SAVINGS of £9m have been rubber-stamped by councillors ahead of a debate next week.
Portsmouth city councillors yesterday agreed to send the budget proposal to a full council meeting for the final decision.
But the plan has caused some concern with the Lib Dem opposition as it includes cuts to sexual health services, alcohol and drug misuse work, trade unions, community centres as well as cultural bodies.
Tory council leader Donna Jones said the savings were necessary and praised the plan.
She said: ‘Our plan is to become a more entrepreneurial council and utilise the tools that we have available to us.
‘Out of the £9m of savings only £900,000 are actual cuts to front-line services.
‘We should be proud that we can put forward such a plan.
‘For example, putting our substance misuse service out to tender has improved the service at a cheaper cost than what we originally had.’
Included in the budget is a 3.99 per cent rise in council tax.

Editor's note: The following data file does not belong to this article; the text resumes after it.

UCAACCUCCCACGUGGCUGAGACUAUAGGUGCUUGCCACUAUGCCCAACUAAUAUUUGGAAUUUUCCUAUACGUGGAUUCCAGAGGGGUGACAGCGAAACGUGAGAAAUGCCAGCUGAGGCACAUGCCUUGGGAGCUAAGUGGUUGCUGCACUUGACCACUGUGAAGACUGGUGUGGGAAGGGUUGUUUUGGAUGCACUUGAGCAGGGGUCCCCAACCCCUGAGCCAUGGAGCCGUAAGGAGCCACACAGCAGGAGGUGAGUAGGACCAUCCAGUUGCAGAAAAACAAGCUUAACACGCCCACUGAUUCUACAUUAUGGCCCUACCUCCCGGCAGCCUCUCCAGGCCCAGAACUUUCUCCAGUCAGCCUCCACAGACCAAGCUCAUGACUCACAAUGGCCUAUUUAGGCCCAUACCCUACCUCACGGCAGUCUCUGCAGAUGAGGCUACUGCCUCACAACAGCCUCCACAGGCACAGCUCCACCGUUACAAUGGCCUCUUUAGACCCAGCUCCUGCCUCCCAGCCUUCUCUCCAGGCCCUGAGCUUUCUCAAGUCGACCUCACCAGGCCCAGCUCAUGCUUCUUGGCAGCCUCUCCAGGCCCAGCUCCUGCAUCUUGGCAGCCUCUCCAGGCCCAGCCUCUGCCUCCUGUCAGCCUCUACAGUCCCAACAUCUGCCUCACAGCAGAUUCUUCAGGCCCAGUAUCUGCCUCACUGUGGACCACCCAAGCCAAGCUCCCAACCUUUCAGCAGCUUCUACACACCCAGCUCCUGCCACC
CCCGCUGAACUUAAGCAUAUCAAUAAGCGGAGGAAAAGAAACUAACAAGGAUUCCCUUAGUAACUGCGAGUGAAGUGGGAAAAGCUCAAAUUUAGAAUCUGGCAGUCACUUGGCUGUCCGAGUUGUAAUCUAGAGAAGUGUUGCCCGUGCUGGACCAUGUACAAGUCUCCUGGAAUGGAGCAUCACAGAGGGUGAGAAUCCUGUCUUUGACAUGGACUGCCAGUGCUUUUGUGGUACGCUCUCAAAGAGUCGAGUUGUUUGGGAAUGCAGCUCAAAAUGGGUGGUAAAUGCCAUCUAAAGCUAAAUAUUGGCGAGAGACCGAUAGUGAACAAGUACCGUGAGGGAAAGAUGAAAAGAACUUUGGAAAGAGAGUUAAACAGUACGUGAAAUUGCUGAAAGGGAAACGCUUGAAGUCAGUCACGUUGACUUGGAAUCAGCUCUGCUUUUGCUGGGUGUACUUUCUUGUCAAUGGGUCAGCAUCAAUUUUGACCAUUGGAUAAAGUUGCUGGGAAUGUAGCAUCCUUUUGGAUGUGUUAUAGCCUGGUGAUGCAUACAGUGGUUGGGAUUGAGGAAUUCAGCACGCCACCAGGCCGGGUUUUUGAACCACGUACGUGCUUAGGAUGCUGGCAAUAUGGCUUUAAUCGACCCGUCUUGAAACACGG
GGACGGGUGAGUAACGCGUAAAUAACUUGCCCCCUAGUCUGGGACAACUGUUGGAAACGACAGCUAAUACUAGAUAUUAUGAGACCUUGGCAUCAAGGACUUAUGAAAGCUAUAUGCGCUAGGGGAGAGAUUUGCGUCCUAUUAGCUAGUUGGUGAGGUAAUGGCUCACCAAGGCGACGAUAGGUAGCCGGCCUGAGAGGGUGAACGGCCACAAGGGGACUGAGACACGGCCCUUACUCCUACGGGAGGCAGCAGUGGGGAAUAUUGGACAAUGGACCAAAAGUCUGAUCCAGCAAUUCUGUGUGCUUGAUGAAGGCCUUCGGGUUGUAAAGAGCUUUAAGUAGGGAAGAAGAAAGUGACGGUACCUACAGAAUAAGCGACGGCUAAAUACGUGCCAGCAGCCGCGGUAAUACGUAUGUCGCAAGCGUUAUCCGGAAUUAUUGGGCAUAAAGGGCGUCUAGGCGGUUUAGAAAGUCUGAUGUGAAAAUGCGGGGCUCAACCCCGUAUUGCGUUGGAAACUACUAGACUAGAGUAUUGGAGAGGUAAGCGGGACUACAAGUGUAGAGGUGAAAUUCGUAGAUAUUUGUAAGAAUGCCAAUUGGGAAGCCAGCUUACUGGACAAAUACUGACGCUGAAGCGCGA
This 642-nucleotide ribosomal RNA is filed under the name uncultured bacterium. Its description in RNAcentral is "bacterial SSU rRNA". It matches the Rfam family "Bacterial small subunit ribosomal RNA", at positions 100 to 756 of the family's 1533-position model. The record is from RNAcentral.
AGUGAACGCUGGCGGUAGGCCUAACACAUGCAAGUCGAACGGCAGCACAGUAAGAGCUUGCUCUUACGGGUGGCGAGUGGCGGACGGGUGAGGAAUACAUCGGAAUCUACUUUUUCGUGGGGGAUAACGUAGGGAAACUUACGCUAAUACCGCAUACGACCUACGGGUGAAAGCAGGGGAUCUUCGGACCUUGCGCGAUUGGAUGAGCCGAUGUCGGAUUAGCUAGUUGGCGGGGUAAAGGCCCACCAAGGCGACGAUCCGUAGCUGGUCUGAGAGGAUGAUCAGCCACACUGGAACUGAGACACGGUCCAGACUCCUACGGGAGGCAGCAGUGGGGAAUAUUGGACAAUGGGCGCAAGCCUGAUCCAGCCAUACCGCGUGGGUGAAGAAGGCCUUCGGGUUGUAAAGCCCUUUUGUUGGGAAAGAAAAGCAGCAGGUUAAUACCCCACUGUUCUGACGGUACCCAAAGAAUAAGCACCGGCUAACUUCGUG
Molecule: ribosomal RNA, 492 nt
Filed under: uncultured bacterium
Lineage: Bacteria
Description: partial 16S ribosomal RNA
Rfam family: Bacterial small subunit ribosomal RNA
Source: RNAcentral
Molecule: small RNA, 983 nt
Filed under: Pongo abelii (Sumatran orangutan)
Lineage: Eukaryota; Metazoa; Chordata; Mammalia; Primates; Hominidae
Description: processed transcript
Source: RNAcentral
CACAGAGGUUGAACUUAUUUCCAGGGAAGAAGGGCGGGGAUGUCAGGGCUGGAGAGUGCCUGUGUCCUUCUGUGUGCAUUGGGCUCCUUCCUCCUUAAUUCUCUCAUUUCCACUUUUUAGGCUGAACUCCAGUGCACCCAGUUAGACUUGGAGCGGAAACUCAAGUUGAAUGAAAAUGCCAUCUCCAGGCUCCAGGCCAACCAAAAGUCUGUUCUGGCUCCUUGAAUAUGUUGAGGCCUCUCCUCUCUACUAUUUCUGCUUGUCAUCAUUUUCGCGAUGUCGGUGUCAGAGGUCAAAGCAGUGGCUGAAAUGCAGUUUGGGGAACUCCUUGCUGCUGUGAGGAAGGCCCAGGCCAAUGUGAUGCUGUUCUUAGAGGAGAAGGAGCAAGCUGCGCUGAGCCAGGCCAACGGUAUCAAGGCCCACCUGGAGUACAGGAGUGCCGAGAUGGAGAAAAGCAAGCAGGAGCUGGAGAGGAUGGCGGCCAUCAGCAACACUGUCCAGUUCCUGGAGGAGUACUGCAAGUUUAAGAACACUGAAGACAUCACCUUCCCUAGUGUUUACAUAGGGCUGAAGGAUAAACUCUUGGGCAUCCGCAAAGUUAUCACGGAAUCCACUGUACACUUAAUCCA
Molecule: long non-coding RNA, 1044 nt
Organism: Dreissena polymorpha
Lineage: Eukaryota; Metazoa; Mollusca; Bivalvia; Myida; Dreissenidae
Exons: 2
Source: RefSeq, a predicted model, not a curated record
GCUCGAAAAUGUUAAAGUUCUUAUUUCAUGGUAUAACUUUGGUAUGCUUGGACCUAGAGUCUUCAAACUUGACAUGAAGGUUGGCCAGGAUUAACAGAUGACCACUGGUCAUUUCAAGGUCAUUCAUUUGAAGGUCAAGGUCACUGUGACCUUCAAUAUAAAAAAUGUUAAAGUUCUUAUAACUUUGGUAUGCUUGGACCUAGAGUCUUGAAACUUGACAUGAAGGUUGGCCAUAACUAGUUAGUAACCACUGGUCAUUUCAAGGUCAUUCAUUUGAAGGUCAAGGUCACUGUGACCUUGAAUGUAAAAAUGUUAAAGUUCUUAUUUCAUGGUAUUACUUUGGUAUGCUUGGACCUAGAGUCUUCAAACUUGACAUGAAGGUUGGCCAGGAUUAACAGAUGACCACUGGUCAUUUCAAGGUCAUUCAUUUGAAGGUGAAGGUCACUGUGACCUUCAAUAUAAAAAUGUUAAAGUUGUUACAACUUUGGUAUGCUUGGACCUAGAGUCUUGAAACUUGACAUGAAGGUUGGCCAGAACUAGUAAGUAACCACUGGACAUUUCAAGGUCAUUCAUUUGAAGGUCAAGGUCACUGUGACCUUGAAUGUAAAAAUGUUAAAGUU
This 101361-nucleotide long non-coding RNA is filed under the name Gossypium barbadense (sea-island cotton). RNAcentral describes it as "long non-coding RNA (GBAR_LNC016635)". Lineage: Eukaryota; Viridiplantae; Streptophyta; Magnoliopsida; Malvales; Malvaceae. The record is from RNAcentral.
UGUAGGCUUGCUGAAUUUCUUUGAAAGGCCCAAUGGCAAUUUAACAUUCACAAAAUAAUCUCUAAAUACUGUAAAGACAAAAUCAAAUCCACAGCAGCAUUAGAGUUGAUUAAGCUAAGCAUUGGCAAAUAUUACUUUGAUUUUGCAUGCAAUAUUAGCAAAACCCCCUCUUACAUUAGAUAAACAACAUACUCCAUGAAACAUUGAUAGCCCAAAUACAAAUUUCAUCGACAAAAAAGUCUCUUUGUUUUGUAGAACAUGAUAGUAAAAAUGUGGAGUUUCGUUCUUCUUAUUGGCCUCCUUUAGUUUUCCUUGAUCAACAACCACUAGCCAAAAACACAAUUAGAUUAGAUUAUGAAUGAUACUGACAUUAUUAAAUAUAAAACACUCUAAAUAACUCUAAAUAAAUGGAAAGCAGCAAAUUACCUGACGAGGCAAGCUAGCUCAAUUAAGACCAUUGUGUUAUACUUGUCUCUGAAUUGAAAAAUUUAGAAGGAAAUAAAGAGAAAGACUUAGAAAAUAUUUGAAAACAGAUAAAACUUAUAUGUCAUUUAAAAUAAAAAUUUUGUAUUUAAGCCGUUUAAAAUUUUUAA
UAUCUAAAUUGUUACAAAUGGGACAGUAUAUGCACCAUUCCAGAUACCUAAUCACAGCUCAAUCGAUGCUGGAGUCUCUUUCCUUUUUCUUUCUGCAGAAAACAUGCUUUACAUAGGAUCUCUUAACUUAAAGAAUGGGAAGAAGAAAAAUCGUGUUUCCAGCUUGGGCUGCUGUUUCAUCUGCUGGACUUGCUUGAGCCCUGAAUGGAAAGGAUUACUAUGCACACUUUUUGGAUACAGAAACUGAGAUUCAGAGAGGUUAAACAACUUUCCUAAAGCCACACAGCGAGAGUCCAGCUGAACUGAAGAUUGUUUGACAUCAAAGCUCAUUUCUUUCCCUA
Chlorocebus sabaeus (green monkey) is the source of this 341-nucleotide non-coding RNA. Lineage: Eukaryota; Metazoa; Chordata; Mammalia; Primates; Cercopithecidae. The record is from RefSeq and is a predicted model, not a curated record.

Councillors were told if they reduced this amount by one per cent, they would need to make an additional £650,000 of cuts.
Speaking at the meeting, Cllr Jim Fleming said: ‘It is a striking contrast from the austerity measures put forward three years ago. It just shows that those measures were easy things to do.
‘It has been left to us to make efficiencies rather than taking away services which people in the city rely upon.’
Cllr Jones said the council had made £86m of savings since 2010. She said the biggest challenge was centred around adult and children’s social care.
She said: ‘It is our biggest area, with our biggest potential and our biggest growing cost year on year.’
The plan will now go to the full council meeting on Tuesday at 2pm.
Opposition leader Cllr Gerald Vernon-Jackson said he was going to put forward an alternative budget.
He said: ‘There are some things in this budget which are good and there are some things that I’m very worried about.’
He said he was concerned about cuts to social care, cuts in help for vulnerable families, a withdrawal of £60,000 a year from Portsmouth Cultural Trust, which runs the Guildhall, changes in support for crisis and mediation centres, plus cuts to sea wall maintenance and drug and alcohol rehabilitation.